The Draft Project Selection Criteria (version 8), created by members of our Scoping Committee, is a checklist that can be applied to potential properties to see if they fit our scope. It will only let through projects that fit our mission of investing in permanently affordable space for community, small business and cultural use in NYC.
Our goal is for all our member-investors to be able to participate in finding the right projects for us. The Draft Project Selection Criteria is like a pair of glasses: when member-investors wear them, opportunities become visible.
This brief activity was created by the Steering Committee to help member-investors put on those glasses!
What You Will Need
- These Does It Fit Us? Checklist cards. These are an abridged version of the full Draft Project Selection Criteria and are here and here. Each participant should have one. There are two kinds you can use: These are formatted for double-sided printing, where you cut pages in half and each card is half of a page. These are one-page instead.
- Does It Fit Us? Sample Projects sheet. This one-page document is here. Or, you can substitute in three real-life potential projects that you think might fit! Each participant should have a copy.
- A group of people! NYC REIC member-investors, a mission-aligned organization, or a group of neighbors who want to do something to secure community land in their NYC neighborhood.
- A facilitator (or a few!).
How to Play:
Part 1: Becoming a Sample Project Expert
The facilitator divides the group into three smaller groups. We did this at our October 26, 2016 All-Member meeting by having our member-investors count off, 1-2-3, 1-2-3. “Ones” go to one part of the room, “twos” to another, “threes” to the other. Each group looks at the Sample Projects sheet, focusing on the sample project that corresponds to their number. They read it together and discuss if they have questions. The goal is to become somewhat well versed in the scenario. In real life, this expert would be someone who lives or works in the neighborhood, or who owns, works in or otherwise uses a space.
Part 2: Project Vetting
The facilitator announces that each participant is now to find two others from the other two groups. So if you’re an expert in Sample Project 1, you need to find a 2 and 3. The goal will be for each group to have 1, 2 and 3. Next, participants will take turns applying the checklist to each Sample Project. The Project Expert will present information about their scenario, and the two other members of the group will pretend they are NYC Real Estate Investment Cooperative member-investors with whom the Expert is acquainted.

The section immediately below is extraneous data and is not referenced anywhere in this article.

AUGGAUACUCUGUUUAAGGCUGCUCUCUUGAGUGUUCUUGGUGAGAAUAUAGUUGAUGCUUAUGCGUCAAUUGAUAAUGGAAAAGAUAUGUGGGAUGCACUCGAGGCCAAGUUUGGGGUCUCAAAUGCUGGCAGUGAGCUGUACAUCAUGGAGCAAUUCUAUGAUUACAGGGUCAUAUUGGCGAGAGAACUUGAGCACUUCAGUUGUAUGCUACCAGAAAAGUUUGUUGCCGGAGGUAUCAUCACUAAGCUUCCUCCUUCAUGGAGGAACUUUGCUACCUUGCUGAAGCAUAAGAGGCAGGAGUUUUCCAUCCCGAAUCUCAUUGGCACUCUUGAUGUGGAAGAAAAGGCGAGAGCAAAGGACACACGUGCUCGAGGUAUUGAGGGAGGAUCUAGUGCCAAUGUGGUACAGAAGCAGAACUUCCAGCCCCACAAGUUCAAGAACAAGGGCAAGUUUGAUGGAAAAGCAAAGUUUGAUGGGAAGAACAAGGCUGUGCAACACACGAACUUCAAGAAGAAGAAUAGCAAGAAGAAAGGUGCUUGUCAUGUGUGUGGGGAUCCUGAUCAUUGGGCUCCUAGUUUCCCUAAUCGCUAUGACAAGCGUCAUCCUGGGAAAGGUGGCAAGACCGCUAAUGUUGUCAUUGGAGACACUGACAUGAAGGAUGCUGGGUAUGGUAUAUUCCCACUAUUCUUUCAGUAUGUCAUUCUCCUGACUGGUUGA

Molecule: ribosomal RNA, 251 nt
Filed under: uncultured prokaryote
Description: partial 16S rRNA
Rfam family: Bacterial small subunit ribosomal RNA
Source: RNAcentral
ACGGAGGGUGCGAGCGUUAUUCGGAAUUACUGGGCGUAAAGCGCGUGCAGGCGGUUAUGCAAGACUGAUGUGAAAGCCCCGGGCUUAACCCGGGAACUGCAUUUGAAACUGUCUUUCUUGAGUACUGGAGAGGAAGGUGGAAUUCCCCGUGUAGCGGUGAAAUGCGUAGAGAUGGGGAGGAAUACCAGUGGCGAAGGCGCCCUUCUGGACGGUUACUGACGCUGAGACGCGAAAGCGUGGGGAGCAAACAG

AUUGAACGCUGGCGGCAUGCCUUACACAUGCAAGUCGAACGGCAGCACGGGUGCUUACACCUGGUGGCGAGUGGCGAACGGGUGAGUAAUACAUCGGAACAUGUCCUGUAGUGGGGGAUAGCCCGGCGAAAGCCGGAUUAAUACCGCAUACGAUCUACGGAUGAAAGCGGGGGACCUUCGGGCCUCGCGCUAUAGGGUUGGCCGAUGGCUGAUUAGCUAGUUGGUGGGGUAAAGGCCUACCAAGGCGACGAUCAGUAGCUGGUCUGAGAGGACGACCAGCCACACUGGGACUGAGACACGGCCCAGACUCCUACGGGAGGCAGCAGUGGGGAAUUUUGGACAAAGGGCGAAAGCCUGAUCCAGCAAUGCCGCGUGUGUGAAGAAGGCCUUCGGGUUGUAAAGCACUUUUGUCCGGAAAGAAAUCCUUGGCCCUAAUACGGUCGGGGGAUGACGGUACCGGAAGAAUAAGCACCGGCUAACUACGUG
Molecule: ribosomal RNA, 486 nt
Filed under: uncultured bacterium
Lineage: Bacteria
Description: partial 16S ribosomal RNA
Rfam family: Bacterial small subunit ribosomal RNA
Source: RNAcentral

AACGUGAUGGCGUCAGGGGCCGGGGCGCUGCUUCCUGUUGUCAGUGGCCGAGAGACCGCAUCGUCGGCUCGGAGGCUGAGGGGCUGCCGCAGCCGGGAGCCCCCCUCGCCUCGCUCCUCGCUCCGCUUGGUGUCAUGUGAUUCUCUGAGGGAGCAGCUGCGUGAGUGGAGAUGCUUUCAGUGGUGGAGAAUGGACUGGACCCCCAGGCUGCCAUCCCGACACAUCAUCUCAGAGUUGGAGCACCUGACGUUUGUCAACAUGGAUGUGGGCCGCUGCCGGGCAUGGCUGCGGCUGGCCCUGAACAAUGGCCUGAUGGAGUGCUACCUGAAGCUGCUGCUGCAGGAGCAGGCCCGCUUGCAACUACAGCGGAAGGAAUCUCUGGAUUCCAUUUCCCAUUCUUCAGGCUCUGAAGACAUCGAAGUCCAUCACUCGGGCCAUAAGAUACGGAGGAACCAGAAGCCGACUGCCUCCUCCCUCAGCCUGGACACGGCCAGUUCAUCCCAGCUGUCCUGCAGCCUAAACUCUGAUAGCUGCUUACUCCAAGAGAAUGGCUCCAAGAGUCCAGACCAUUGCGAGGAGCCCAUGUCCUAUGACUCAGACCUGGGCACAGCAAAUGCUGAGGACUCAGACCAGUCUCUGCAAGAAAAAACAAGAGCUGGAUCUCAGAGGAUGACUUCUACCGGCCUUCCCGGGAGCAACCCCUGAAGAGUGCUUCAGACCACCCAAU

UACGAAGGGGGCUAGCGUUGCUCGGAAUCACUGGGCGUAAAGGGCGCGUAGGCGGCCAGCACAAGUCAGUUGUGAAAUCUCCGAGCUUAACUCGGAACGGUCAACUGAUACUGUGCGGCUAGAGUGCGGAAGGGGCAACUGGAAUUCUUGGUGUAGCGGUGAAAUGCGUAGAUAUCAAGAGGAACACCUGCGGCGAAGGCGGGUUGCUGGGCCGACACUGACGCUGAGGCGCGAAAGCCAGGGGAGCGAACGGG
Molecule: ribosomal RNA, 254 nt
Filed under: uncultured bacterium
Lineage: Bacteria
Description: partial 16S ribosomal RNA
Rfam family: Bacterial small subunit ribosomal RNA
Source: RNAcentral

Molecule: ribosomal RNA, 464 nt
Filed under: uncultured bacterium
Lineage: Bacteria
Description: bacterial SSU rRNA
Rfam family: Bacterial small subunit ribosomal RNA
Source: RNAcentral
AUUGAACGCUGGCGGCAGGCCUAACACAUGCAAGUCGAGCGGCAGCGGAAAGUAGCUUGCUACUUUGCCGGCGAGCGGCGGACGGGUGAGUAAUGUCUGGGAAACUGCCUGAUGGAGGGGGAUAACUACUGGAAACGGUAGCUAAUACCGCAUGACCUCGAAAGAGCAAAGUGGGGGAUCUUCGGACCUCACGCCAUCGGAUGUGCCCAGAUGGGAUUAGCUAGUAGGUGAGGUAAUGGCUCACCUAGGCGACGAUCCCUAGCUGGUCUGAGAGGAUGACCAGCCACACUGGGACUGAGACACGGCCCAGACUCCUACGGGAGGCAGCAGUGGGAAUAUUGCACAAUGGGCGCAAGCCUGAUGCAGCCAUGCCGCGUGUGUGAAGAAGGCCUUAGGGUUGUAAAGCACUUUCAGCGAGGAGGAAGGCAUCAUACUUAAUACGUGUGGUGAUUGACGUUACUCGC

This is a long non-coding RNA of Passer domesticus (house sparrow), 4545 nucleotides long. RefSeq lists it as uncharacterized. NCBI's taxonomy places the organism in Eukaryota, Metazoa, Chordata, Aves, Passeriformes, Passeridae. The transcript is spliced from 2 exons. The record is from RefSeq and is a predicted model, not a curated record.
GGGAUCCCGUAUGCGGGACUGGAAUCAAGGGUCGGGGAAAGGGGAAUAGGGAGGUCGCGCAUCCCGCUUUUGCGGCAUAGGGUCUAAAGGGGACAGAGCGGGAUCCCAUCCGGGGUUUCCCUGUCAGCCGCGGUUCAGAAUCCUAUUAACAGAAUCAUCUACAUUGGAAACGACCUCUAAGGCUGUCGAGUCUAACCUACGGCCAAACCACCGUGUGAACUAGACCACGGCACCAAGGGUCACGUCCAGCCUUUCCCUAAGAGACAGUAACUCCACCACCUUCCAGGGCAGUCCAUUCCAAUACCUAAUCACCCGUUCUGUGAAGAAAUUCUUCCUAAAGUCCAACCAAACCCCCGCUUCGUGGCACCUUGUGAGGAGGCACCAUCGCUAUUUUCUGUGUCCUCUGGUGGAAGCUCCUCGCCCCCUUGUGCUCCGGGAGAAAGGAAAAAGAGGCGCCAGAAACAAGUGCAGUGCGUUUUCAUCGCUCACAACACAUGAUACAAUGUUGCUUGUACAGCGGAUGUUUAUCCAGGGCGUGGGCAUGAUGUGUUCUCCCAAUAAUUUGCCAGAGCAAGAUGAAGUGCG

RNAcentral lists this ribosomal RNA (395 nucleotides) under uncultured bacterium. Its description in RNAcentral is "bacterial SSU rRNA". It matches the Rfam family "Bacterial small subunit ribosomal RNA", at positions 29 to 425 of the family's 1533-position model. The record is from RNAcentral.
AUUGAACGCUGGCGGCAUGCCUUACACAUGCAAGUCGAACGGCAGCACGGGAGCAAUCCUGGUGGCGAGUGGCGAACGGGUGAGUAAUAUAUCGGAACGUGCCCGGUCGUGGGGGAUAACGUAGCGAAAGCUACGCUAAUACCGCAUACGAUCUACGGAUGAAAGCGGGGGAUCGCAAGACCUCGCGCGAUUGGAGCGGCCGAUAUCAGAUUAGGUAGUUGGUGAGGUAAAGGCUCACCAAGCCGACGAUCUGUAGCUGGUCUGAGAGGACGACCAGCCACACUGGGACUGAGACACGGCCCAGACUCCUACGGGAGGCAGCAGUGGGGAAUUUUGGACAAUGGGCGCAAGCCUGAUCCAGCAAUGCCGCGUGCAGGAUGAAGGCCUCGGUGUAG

At this point, it helps to get imaginative. Think about what kind of situation that might lead to your conversation! Take Sample Project 1 for example: you might pretend that the Project Expert is a longtime member of the church’s congregation, and that the two other members of the group are newer to the neighborhood. They all just finished volunteering for the third week in a row, during which the Project Expert shared a bit of her vision for the vacant building. It’s Saturday, and you three just finished volunteering. Now you are sitting on the bench outside, enjoying the incredible fall light.
One NYC Real Estate Investment Cooperative member might say to the Sample Project Expert: “Hey! I have an idea you might be interested in. Remember how you were describing to me the community space you want to create at that vacant public building? Maybe we can work together. I’m a member-investor in the NYC Real Estate Investment Cooperative, and we are looking to invest in properties that we can keep permanently affordable and in community hands, through legal mechanisms!” The Project Expert, a little surprised, might say, “Really?” And you might say, “Really!” and then they might say, “Well how do we know if it will work” and that’s when the two NYC REIC members pull out their cards and say: well, let’s see!
Then, the two member-investors begin to vet the Sample Project. When it’s unclear if it fits, use this as an opportunity to discuss how it could fit. This way, the Selection Criteria is not just a checklist for already defined ideas, but a tool to help groups plan how they could use their spaces.
The facilitator lets participants know when it is time to switch between vetting Sample Project 1, 2 and then 3.
Part 3: Wrap Up & Next Steps
The facilitator brings the whole group back together, and leads a debriefing conversation. What did folks think of the activity? Did the Sample Projects fit the checklist? Did the checklist help generate new ideas for Sample Projects? Are folks clearer on what the NYC REIC is looking to invest in?
The facilitator then invites participants to take the materials home with them. Bring them to your community group, your cousin, your favorite cooperative business, the local laundromat, the corner store/community hub, the social entrepreneurs and local organizers you believe in! Make sure they know where to find the full Draft Project Selection Criteria: http://tinyurl.com/projects4nycreic – and that they can contact the Steering Committee if they have a great project in mind and want to discuss: email@example.com or (718) 316-6092 ext 5.